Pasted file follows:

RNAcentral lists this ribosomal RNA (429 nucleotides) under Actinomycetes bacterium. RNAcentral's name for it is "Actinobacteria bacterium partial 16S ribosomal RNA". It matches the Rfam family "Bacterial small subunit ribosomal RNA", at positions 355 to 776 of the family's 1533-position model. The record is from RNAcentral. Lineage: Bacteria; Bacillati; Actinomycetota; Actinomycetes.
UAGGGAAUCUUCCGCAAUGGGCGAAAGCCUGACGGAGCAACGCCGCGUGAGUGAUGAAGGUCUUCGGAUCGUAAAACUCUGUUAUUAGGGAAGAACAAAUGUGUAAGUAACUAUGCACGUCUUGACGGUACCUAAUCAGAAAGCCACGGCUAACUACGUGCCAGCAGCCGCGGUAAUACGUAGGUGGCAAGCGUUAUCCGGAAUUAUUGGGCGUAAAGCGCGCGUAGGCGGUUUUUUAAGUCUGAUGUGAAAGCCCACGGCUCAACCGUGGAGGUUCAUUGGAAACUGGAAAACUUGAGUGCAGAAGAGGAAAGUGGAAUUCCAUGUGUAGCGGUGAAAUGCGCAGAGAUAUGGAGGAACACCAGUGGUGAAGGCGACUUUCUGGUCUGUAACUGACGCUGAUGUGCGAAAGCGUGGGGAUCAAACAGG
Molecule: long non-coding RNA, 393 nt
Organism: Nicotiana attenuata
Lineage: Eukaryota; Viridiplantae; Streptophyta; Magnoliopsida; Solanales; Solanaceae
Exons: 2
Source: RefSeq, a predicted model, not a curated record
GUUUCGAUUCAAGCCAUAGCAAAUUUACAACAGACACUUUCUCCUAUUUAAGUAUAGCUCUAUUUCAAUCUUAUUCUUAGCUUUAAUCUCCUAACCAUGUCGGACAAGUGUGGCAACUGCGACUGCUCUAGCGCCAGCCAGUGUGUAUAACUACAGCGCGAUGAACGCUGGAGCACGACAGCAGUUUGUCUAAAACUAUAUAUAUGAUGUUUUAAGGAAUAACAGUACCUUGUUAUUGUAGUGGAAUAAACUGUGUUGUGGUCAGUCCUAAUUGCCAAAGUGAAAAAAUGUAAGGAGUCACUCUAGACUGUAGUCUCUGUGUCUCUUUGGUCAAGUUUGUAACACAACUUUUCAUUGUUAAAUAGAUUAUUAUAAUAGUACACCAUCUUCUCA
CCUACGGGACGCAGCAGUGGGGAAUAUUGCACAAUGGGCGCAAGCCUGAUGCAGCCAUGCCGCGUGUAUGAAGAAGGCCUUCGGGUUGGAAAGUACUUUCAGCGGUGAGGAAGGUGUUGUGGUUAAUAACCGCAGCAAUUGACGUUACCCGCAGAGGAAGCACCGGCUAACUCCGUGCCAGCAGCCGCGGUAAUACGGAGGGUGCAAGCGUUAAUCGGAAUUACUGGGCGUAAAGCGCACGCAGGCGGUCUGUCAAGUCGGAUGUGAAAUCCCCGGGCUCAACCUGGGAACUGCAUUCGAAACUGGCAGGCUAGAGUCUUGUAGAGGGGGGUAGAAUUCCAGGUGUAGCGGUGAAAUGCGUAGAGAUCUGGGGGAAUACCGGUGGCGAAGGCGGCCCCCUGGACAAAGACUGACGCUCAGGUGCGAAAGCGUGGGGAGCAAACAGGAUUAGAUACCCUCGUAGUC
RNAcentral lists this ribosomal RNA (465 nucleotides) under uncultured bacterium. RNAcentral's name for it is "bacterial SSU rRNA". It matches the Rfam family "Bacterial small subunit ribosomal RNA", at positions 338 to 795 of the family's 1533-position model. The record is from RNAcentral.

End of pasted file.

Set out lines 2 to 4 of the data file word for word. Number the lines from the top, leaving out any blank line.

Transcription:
UAGGGAAUCUUCCGCAAUGGGCGAAAGCCUGACGGAGCAACGCCGCGUGAGUGAUGAAGGUCUUCGGAUCGUAAAACUCUGUUAUUAGGGAAGAACAAAUGUGUAAGUAACUAUGCACGUCUUGACGGUACCUAAUCAGAAAGCCACGGCUAACUACGUGCCAGCAGCCGCGGUAAUACGUAGGUGGCAAGCGUUAUCCGGAAUUAUUGGGCGUAAAGCGCGCGUAGGCGGUUUUUUAAGUCUGAUGUGAAAGCCCACGGCUCAACCGUGGAGGUUCAUUGGAAACUGGAAAACUUGAGUGCAGAAGAGGAAAGUGGAAUUCCAUGUGUAGCGGUGAAAUGCGCAGAGAUAUGGAGGAACACCAGUGGUGAAGGCGACUUUCUGGUCUGUAACUGACGCUGAUGUGCGAAAGCGUGGGGAUCAAACAGG
Molecule: long non-coding RNA, 393 nt
Organism: Nicotiana attenuata